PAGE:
We are already seeing the effects of all of this play out in the recent Democratic Primaries. According to the Pew Research Center, Democrats sympathize more with Israel than the Palestinians by a 43% to 29% margin, which is much smaller gap than just a few years ago, while the Progressive wing of the Democratic Party sympathizes with Palestinians by a margin of 40% to 33%. We can expect that margin to grow as more young people come through university for years to come, in addition to changes in the party leadership as well. The defeat of Hillary Clinton is going to contribute to a platform change by the Progressive base that already stated they wanted to put pressure on Israel and enact changes to the party’s platform this past primary season.

While Bernie Sanders is Jewish, his stance towards Israel is more in line with the rest of his fellow Progressives, many of the young people who supported him and who are increasingly hostile towards Israel. His platform team included a number of people that support the BDS movement including Cornel West, a philosopher and social activist, and James Zogby, the president of the Arab American Institute. Sanders also named Simone Zimmerman as his national Jewish outreach coordinator despite her profanity-laced messages directed towards Israeli Prime Minister Benjamin Netanyahu. Additionally, during a New York Daily News interview Sanders said that if Israel wanted “positive” ties with the U.S. than the Israeli government was “going to have to improve their relationship with the Palestinians.” He also repeated what he called was an overreaction by Israel in its response to Hamas’ launching hundreds of rockets into Israel during the Gaza war in the summer of 2014, making erroneous claims that Israel killed over 10,000 civilians and often targeted Gaza hospitals.

As a side, it should be noted that last year a multinational group of distinguished military officers lauded Israel for carrying out an “exemplary campaign” that fully adhered to the norms of international law during the 2014 war in Gaza. This group was made up of top military men from countries such as the US, Italy, Spain, Australia, France, India, the UK and Columbia, a few of those countries are not even usually very sympathetic to Israel.

It should also be noted that Sanders was the only candidate that declined an invitation to address AIPAC’s annual policy conference in Washington, D.C. It’s quite amazing that the first Jewish politician to ever win a Presidential primary declined an invitation to speak to AIPAC and was without a doubt the least pro-Israel candidate running for the Presidency this past cycle. Such actions surely had Ben-Gurion, Jabotinsky and Hertzl rolling in their graves.

The effects of Hillary’s defeat are being felt immediately as Bernie Sanders, and the rest of the Progressive wing of the party, are pushing for the nomination of Representative Keith Ellison to head the Democratic National Committee. Ellison, a Muslim, has in the past, although not recently, defended Louis Farrakhan’s Nation of Islam against accusations of anti-Semitism and on a recent trip to Israel he posted a picture of a sign in Hebron declaring Israel to be an apartheid state and declaring Israel of stealing land. While he does have close ties to some in the Jewish community, he has also called for Israel to end the blockade on the Gaza Strip despite Israel’s unilateral withdrawal from the territory being met with a bloody coup against the Palestinian Authority by Hamas and unrelenting and indiscriminate missile attacks against civilian areas in Israel.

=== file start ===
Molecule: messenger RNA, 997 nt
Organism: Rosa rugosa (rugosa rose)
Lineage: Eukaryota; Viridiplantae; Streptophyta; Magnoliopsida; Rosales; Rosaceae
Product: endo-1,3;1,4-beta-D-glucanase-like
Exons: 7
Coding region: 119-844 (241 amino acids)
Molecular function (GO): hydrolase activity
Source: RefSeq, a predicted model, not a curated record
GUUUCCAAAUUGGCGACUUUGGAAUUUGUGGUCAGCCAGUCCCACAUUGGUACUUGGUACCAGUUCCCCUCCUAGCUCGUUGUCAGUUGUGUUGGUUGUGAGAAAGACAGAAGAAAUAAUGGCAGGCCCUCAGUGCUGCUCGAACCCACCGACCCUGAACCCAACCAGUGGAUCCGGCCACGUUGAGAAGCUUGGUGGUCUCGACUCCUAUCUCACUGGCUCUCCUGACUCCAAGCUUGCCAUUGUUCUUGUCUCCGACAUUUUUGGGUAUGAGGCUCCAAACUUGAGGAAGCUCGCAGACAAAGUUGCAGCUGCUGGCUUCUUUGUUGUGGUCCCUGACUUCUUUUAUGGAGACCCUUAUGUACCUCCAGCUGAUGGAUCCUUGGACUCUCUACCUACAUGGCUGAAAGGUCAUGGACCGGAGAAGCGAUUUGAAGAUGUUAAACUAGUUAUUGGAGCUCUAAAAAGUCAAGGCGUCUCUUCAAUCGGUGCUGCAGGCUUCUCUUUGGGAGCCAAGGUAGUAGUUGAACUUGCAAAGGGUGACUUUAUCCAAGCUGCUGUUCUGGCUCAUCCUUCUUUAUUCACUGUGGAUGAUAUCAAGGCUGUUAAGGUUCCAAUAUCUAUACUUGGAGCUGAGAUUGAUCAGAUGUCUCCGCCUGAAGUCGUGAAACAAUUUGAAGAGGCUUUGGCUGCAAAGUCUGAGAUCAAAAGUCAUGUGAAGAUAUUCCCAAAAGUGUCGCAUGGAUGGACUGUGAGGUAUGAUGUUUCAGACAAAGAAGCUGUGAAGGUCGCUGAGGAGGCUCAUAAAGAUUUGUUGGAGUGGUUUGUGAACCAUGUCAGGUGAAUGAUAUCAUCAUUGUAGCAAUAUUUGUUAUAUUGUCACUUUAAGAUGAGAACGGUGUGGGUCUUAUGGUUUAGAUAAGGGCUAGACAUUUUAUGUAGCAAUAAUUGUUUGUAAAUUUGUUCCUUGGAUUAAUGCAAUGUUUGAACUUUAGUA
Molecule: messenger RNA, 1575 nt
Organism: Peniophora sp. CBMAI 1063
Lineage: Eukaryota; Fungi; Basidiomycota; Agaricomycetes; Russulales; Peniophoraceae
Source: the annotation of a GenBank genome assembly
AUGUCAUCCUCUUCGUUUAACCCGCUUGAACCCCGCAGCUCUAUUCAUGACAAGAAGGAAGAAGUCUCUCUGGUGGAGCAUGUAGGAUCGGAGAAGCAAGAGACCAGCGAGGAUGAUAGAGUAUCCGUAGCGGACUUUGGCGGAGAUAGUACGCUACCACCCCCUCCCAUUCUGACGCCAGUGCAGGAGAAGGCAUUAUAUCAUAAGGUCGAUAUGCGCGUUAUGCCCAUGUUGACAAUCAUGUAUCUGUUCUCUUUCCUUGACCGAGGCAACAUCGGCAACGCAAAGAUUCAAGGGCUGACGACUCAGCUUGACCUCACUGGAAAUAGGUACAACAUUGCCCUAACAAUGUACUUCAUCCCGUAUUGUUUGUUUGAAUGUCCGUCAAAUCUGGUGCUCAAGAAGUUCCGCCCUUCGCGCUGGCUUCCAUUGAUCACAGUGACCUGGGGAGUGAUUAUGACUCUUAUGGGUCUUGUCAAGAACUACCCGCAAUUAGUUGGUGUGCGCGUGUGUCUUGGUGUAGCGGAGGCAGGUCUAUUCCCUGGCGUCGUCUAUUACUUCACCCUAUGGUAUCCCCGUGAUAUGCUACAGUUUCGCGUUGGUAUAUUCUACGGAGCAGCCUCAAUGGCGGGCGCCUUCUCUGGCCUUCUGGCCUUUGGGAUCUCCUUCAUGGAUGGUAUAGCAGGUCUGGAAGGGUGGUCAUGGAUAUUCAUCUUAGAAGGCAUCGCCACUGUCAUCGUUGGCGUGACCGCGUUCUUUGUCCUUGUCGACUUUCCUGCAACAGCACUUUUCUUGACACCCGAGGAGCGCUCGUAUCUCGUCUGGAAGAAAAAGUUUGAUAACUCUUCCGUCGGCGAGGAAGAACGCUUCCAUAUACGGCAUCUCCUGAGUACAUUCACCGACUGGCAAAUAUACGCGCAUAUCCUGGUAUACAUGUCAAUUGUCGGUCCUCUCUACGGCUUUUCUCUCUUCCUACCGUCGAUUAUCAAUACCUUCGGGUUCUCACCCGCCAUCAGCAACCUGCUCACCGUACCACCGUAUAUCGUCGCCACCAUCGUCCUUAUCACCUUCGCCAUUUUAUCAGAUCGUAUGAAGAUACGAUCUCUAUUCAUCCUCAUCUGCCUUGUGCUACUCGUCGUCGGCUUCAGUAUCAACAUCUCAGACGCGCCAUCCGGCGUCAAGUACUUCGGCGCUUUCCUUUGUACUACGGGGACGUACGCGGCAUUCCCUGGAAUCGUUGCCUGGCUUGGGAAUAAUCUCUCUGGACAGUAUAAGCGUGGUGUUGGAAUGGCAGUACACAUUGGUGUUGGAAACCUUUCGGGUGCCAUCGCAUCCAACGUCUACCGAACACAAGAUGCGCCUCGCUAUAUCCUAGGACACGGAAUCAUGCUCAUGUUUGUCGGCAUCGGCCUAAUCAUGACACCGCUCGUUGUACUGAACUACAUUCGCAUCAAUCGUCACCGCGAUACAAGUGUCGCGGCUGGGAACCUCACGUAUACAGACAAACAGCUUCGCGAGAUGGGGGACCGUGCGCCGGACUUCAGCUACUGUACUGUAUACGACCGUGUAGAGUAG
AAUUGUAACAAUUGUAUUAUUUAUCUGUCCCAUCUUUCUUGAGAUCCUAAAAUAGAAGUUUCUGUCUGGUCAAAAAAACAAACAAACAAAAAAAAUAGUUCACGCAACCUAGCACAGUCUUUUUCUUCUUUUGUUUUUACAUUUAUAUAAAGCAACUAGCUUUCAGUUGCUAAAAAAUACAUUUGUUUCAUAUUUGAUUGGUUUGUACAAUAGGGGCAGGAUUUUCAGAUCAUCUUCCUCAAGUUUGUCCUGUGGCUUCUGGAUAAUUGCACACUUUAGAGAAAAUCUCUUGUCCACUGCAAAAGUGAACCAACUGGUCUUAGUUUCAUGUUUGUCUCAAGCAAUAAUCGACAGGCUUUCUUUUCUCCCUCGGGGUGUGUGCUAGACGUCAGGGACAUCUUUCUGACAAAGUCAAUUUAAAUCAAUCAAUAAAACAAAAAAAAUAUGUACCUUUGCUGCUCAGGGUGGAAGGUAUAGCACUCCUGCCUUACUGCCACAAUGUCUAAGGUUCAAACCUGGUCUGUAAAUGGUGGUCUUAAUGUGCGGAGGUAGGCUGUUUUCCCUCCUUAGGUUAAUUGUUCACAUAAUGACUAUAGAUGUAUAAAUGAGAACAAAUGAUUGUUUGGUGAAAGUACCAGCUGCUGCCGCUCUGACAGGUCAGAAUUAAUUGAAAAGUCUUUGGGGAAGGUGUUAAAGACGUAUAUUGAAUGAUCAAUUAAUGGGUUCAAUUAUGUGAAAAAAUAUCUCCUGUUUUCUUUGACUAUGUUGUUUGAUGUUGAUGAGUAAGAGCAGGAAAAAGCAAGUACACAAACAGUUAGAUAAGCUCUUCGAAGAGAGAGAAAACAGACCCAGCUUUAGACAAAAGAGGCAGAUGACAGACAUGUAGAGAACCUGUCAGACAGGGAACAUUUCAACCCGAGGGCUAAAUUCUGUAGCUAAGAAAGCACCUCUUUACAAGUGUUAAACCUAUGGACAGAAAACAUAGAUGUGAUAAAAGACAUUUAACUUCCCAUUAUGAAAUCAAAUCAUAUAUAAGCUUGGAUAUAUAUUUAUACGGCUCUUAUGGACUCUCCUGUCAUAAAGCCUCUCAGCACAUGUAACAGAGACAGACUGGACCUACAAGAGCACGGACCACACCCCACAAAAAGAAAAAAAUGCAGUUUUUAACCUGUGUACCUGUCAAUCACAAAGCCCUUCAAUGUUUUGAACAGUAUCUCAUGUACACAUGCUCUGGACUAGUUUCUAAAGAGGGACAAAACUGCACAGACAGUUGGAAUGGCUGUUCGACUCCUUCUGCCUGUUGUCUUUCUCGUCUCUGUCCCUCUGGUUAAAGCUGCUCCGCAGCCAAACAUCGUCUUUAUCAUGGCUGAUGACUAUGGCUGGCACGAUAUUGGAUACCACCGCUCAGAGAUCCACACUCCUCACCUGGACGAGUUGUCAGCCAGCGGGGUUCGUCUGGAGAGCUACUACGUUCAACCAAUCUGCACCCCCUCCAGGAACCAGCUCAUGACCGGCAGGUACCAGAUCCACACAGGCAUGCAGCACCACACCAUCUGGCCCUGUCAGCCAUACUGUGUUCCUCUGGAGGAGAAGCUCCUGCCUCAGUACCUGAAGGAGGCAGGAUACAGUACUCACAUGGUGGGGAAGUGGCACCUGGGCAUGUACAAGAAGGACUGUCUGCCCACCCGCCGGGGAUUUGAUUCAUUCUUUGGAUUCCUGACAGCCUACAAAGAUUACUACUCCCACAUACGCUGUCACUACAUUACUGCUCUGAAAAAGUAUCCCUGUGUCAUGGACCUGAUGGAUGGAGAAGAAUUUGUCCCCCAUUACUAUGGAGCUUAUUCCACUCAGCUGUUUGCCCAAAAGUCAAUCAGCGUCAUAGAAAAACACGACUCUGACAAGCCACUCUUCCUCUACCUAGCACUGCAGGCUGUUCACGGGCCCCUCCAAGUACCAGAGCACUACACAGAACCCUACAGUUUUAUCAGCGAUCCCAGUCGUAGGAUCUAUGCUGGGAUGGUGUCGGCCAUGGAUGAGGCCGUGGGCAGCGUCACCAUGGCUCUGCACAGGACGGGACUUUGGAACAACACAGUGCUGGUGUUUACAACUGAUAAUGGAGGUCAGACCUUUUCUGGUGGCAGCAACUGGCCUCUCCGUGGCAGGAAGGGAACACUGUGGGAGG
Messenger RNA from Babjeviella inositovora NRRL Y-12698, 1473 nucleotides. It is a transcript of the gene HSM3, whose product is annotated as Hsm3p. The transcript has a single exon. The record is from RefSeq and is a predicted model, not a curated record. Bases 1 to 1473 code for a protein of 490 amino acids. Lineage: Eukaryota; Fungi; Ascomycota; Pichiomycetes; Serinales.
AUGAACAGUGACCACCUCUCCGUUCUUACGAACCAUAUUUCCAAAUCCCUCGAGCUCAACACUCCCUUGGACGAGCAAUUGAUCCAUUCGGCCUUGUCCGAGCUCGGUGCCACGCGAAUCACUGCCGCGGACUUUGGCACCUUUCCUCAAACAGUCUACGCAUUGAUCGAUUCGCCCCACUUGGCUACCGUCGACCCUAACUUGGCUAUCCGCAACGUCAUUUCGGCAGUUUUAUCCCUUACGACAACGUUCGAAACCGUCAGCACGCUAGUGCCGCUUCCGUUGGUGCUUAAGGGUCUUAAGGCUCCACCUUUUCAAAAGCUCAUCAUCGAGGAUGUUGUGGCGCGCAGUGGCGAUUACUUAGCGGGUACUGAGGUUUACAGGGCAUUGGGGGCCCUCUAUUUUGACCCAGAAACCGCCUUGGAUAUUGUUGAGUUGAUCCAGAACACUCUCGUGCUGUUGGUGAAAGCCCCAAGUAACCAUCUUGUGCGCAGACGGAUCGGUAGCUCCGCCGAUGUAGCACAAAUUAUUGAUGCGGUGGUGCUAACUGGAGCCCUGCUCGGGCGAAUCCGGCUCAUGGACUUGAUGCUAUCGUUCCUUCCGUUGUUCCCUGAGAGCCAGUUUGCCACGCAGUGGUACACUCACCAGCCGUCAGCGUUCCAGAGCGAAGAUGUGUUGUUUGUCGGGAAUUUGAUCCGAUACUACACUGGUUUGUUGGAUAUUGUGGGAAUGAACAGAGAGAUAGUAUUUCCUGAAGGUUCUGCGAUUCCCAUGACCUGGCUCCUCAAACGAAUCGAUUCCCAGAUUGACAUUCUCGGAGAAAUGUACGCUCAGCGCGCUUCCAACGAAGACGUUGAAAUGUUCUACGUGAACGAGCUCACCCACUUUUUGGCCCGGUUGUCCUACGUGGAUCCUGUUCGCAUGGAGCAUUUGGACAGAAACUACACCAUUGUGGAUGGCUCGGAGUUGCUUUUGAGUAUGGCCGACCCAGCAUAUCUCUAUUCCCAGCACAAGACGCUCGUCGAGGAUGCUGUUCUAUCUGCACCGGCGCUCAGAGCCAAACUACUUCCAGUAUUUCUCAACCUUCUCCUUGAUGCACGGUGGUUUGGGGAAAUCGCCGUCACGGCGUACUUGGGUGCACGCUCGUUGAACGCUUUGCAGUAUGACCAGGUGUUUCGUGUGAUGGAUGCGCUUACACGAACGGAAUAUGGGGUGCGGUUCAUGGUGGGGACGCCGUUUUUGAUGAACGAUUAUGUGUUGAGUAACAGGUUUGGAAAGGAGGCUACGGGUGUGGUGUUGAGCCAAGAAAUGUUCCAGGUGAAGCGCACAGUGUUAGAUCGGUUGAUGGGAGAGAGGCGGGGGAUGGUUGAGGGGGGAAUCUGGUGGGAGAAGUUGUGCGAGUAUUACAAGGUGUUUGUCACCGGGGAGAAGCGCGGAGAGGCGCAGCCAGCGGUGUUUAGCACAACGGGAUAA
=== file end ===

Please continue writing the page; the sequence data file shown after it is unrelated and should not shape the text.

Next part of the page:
This anti-Semitic vitriol is not only coming from the left, but also from the right. While it is easy to dismiss Donald Trumps divisive talk as mere bluster, considering he is a long time liberal from New York, it’s tougher to ignore that fact that so many people that voted for him believed and delighted in such hate mongering, including the former leader of the KKK, David Duke.

Trump’s appointment of Alt-Right champion Stephen Bannon as his senior counselor, with an office in the White House, is even harder to dismiss. The Alt-Right are white power nationalists that view Fox News as too liberal and believe that different cultures can’t get along. They espouse that the best path is an all white America and are unabashedly openly anti-Semitic. Bannon is the executive chairman of Breitbart News and has stated that they are the leading platform for the Alt-Right movement. As for Bannon himself, he ex-wife maintains that he is anti-Semitic and stated that the biggest problem he had with his children’s school was the number of Jews that attended. Accordingly, he supposedly stated that he said that he did not like Jews and didn’t like the way they raise their kids to be ‘whiny brats.’ Fortunately, Trump has surrounded himself with a number of Jewish advisors including Jason Greenblatt, David Friedman and son-in-law Jared Kushner. Nonetheless, the rise of the Alt-Right into governments in America and throughout Europe, from the fringes to the White House, and possibly the Élysée Palace in 2017, is nothing short of alarming and provides validation for these once extremist views to move into the mainstream.

Looking at all of this in totality, and despite desires to ignore such acts in order to live in one’s bubble of bliss, the Jewish community in America needs to start taking note. As Hertzl warned all those years ago, ensuring a strong and safe homeland for the Jews is still paramount.

About the Author
Ari Ingel is an international attorney, director of a non-profit and foreign policy analyst. Follow him on twitter at